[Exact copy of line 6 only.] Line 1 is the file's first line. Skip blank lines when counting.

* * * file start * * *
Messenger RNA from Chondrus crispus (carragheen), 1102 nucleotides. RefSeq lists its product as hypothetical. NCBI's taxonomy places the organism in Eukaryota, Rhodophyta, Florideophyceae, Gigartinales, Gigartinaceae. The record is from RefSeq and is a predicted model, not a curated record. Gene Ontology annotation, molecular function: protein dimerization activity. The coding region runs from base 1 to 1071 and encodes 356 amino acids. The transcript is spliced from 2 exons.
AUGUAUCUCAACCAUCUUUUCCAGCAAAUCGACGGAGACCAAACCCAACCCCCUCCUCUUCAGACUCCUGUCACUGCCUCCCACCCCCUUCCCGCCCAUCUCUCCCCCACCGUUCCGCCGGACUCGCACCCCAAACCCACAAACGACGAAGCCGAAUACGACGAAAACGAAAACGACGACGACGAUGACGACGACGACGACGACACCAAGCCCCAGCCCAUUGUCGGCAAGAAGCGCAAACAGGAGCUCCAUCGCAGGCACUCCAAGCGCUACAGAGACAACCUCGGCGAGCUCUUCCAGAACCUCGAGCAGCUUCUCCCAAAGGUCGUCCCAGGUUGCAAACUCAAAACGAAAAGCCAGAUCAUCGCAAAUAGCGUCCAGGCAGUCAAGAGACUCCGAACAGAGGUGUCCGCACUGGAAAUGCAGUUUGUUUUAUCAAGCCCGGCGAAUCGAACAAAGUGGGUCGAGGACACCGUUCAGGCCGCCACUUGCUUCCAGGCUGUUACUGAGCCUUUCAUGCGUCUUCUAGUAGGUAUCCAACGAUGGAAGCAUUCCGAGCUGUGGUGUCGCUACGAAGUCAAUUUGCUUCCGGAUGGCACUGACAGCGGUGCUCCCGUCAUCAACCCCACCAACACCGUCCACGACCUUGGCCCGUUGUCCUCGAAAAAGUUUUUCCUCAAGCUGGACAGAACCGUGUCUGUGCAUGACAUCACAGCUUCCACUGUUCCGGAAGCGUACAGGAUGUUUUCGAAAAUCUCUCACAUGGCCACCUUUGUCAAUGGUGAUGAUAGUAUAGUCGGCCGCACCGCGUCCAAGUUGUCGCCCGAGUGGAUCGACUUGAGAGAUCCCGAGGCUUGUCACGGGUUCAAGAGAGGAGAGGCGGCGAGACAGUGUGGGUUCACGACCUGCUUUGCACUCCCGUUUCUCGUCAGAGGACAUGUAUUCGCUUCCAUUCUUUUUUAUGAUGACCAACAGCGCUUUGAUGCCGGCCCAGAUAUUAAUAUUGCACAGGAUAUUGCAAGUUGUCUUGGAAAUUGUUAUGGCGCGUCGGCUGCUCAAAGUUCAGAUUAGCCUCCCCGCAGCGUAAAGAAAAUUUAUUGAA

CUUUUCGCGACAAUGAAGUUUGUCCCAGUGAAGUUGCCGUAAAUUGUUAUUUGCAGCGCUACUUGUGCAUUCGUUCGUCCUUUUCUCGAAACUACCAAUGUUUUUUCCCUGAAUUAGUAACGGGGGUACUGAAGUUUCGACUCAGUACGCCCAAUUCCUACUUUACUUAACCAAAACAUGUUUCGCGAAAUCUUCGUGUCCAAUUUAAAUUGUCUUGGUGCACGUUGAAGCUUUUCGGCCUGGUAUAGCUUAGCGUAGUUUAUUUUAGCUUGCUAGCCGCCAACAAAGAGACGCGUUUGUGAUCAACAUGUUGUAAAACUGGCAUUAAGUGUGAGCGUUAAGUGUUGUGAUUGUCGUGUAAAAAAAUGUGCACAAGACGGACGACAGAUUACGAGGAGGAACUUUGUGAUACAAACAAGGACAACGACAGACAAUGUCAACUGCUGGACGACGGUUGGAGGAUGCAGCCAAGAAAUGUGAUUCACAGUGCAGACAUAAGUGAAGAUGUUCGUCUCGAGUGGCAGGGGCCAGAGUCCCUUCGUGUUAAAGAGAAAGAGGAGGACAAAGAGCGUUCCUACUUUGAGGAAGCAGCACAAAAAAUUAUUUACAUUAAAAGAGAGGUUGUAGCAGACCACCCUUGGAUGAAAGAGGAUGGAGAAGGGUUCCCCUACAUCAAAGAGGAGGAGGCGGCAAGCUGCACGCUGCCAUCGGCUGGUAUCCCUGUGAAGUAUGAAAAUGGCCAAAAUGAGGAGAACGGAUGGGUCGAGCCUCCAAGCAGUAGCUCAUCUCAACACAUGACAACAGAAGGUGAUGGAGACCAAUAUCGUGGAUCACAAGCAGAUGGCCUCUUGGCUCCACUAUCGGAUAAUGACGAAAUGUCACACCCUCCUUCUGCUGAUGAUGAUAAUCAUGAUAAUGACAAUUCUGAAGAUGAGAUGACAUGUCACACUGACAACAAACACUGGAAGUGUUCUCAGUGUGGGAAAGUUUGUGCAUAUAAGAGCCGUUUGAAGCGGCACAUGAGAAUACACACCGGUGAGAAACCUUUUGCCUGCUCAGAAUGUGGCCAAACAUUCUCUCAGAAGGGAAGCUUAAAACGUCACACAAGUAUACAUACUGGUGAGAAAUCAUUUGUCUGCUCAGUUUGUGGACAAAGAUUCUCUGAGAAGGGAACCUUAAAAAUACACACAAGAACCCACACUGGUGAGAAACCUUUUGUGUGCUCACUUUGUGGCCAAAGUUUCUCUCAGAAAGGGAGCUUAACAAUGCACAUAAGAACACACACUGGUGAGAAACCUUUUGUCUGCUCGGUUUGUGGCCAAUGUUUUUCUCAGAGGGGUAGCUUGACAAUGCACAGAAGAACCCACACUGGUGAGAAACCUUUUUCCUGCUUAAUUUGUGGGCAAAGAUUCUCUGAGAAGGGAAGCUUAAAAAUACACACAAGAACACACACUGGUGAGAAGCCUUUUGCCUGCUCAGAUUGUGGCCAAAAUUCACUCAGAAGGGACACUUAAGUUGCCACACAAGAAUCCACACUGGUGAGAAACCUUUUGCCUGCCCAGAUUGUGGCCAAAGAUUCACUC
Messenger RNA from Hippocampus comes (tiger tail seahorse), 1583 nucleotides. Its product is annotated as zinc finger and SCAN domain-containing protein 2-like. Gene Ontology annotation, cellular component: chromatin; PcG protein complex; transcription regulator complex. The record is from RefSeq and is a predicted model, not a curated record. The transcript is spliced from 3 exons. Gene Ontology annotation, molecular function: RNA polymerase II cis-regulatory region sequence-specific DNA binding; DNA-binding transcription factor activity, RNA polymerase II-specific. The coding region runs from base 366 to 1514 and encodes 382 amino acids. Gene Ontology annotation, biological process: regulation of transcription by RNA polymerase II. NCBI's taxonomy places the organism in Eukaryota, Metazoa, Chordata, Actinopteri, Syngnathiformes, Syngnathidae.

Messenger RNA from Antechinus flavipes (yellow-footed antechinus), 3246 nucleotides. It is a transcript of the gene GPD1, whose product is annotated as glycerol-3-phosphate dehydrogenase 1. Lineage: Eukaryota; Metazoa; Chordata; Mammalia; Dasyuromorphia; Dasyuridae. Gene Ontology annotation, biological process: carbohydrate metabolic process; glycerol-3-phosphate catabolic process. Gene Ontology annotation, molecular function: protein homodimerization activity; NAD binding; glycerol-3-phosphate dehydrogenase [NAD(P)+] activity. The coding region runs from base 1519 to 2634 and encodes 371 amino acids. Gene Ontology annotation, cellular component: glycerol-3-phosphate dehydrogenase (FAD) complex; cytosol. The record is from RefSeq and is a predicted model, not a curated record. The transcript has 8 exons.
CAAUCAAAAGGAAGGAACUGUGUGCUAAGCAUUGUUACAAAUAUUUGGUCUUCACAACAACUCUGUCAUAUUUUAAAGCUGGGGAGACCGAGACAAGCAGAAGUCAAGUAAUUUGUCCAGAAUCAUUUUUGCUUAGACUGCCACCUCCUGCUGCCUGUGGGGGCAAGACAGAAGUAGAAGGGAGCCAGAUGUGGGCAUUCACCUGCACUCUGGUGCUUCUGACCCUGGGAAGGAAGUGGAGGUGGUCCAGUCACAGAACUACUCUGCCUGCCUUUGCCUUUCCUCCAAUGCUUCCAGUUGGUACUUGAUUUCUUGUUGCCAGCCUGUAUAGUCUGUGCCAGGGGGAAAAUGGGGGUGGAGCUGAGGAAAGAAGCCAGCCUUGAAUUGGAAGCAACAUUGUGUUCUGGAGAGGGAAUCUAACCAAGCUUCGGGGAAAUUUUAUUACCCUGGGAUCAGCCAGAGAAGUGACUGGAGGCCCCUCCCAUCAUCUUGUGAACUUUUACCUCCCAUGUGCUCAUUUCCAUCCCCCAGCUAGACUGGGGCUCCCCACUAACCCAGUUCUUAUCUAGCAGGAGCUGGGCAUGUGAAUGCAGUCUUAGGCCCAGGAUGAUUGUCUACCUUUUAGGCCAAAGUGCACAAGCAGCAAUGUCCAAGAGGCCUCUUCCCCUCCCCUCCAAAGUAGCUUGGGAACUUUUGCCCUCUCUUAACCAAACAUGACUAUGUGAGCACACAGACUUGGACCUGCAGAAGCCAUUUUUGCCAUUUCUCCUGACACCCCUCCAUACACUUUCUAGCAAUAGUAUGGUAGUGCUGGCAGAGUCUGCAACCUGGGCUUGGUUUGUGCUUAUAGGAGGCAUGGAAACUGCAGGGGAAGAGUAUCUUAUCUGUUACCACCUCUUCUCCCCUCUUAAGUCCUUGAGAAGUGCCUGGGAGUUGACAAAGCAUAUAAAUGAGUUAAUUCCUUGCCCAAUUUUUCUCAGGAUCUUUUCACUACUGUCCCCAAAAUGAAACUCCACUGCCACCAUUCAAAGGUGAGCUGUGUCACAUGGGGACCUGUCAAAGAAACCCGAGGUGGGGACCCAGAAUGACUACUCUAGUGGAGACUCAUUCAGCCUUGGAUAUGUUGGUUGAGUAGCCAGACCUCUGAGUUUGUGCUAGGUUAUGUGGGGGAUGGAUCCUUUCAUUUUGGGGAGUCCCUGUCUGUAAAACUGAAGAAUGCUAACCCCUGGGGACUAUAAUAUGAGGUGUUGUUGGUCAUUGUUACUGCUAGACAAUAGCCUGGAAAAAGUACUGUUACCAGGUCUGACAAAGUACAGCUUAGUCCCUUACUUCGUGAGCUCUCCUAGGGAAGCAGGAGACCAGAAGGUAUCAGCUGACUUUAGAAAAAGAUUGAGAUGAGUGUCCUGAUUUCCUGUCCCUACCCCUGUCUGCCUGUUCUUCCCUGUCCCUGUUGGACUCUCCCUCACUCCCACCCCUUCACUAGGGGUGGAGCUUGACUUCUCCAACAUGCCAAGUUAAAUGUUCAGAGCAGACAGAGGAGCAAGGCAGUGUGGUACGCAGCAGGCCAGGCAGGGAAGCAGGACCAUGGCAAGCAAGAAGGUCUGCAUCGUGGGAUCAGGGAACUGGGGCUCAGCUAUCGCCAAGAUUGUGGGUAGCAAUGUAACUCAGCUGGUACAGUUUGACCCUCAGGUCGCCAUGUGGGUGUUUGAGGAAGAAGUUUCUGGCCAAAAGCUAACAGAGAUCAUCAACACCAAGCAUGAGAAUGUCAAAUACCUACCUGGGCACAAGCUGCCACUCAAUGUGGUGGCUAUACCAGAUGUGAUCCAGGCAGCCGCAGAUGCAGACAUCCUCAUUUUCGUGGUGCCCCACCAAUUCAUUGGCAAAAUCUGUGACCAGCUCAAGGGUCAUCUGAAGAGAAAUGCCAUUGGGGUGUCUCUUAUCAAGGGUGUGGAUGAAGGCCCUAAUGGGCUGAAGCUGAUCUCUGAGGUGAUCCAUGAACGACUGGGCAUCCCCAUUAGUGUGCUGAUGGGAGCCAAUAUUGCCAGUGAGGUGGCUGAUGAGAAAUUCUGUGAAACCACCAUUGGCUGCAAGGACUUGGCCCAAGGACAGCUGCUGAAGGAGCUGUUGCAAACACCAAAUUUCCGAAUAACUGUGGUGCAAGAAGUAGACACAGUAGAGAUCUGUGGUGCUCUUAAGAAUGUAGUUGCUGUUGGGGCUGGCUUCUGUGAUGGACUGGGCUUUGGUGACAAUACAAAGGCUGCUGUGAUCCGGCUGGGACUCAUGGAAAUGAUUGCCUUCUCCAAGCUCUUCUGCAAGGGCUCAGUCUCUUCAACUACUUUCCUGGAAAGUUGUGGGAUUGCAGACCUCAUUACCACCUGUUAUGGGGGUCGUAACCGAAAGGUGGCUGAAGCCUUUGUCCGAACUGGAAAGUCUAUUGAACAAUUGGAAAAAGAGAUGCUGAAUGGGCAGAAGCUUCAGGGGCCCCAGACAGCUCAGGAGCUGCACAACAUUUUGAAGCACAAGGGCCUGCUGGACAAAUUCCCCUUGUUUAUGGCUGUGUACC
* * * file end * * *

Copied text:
CAAUCAAAAGGAAGGAACUGUGUGCUAAGCAUUGUUACAAAUAUUUGGUCUUCACAACAACUCUGUCAUAUUUUAAAGCUGGGGAGACCGAGACAAGCAGAAGUCAAGUAAUUUGUCCAGAAUCAUUUUUGCUUAGACUGCCACCUCCUGCUGCCUGUGGGGGCAAGACAGAAGUAGAAGGGAGCCAGAUGUGGGCAUUCACCUGCACUCUGGUGCUUCUGACCCUGGGAAGGAAGUGGAGGUGGUCCAGUCACAGAACUACUCUGCCUGCCUUUGCCUUUCCUCCAAUGCUUCCAGUUGGUACUUGAUUUCUUGUUGCCAGCCUGUAUAGUCUGUGCCAGGGGGAAAAUGGGGGUGGAGCUGAGGAAAGAAGCCAGCCUUGAAUUGGAAGCAACAUUGUGUUCUGGAGAGGGAAUCUAACCAAGCUUCGGGGAAAUUUUAUUACCCUGGGAUCAGCCAGAGAAGUGACUGGAGGCCCCUCCCAUCAUCUUGUGAACUUUUACCUCCCAUGUGCUCAUUUCCAUCCCCCAGCUAGACUGGGGCUCCCCACUAACCCAGUUCUUAUCUAGCAGGAGCUGGGCAUGUGAAUGCAGUCUUAGGCCCAGGAUGAUUGUCUACCUUUUAGGCCAAAGUGCACAAGCAGCAAUGUCCAAGAGGCCUCUUCCCCUCCCCUCCAAAGUAGCUUGGGAACUUUUGCCCUCUCUUAACCAAACAUGACUAUGUGAGCACACAGACUUGGACCUGCAGAAGCCAUUUUUGCCAUUUCUCCUGACACCCCUCCAUACACUUUCUAGCAAUAGUAUGGUAGUGCUGGCAGAGUCUGCAACCUGGGCUUGGUUUGUGCUUAUAGGAGGCAUGGAAACUGCAGGGGAAGAGUAUCUUAUCUGUUACCACCUCUUCUCCCCUCUUAAGUCCUUGAGAAGUGCCUGGGAGUUGACAAAGCAUAUAAAUGAGUUAAUUCCUUGCCCAAUUUUUCUCAGGAUCUUUUCACUACUGUCCCCAAAAUGAAACUCCACUGCCACCAUUCAAAGGUGAGCUGUGUCACAUGGGGACCUGUCAAAGAAACCCGAGGUGGGGACCCAGAAUGACUACUCUAGUGGAGACUCAUUCAGCCUUGGAUAUGUUGGUUGAGUAGCCAGACCUCUGAGUUUGUGCUAGGUUAUGUGGGGGAUGGAUCCUUUCAUUUUGGGGAGUCCCUGUCUGUAAAACUGAAGAAUGCUAACCCCUGGGGACUAUAAUAUGAGGUGUUGUUGGUCAUUGUUACUGCUAGACAAUAGCCUGGAAAAAGUACUGUUACCAGGUCUGACAAAGUACAGCUUAGUCCCUUACUUCGUGAGCUCUCCUAGGGAAGCAGGAGACCAGAAGGUAUCAGCUGACUUUAGAAAAAGAUUGAGAUGAGUGUCCUGAUUUCCUGUCCCUACCCCUGUCUGCCUGUUCUUCCCUGUCCCUGUUGGACUCUCCCUCACUCCCACCCCUUCACUAGGGGUGGAGCUUGACUUCUCCAACAUGCCAAGUUAAAUGUUCAGAGCAGACAGAGGAGCAAGGCAGUGUGGUACGCAGCAGGCCAGGCAGGGAAGCAGGACCAUGGCAAGCAAGAAGGUCUGCAUCGUGGGAUCAGGGAACUGGGGCUCAGCUAUCGCCAAGAUUGUGGGUAGCAAUGUAACUCAGCUGGUACAGUUUGACCCUCAGGUCGCCAUGUGGGUGUUUGAGGAAGAAGUUUCUGGCCAAAAGCUAACAGAGAUCAUCAACACCAAGCAUGAGAAUGUCAAAUACCUACCUGGGCACAAGCUGCCACUCAAUGUGGUGGCUAUACCAGAUGUGAUCCAGGCAGCCGCAGAUGCAGACAUCCUCAUUUUCGUGGUGCCCCACCAAUUCAUUGGCAAAAUCUGUGACCAGCUCAAGGGUCAUCUGAAGAGAAAUGCCAUUGGGGUGUCUCUUAUCAAGGGUGUGGAUGAAGGCCCUAAUGGGCUGAAGCUGAUCUCUGAGGUGAUCCAUGAACGACUGGGCAUCCCCAUUAGUGUGCUGAUGGGAGCCAAUAUUGCCAGUGAGGUGGCUGAUGAGAAAUUCUGUGAAACCACCAUUGGCUGCAAGGACUUGGCCCAAGGACAGCUGCUGAAGGAGCUGUUGCAAACACCAAAUUUCCGAAUAACUGUGGUGCAAGAAGUAGACACAGUAGAGAUCUGUGGUGCUCUUAAGAAUGUAGUUGCUGUUGGGGCUGGCUUCUGUGAUGGACUGGGCUUUGGUGACAAUACAAAGGCUGCUGUGAUCCGGCUGGGACUCAUGGAAAUGAUUGCCUUCUCCAAGCUCUUCUGCAAGGGCUCAGUCUCUUCAACUACUUUCCUGGAAAGUUGUGGGAUUGCAGACCUCAUUACCACCUGUUAUGGGGGUCGUAACCGAAAGGUGGCUGAAGCCUUUGUCCGAACUGGAAAGUCUAUUGAACAAUUGGAAAAAGAGAUGCUGAAUGGGCAGAAGCUUCAGGGGCCCCAGACAGCUCAGGAGCUGCACAACAUUUUGAAGCACAAGGGCCUGCUGGACAAAUUCCCCUUGUUUAUGGCUGUGUACC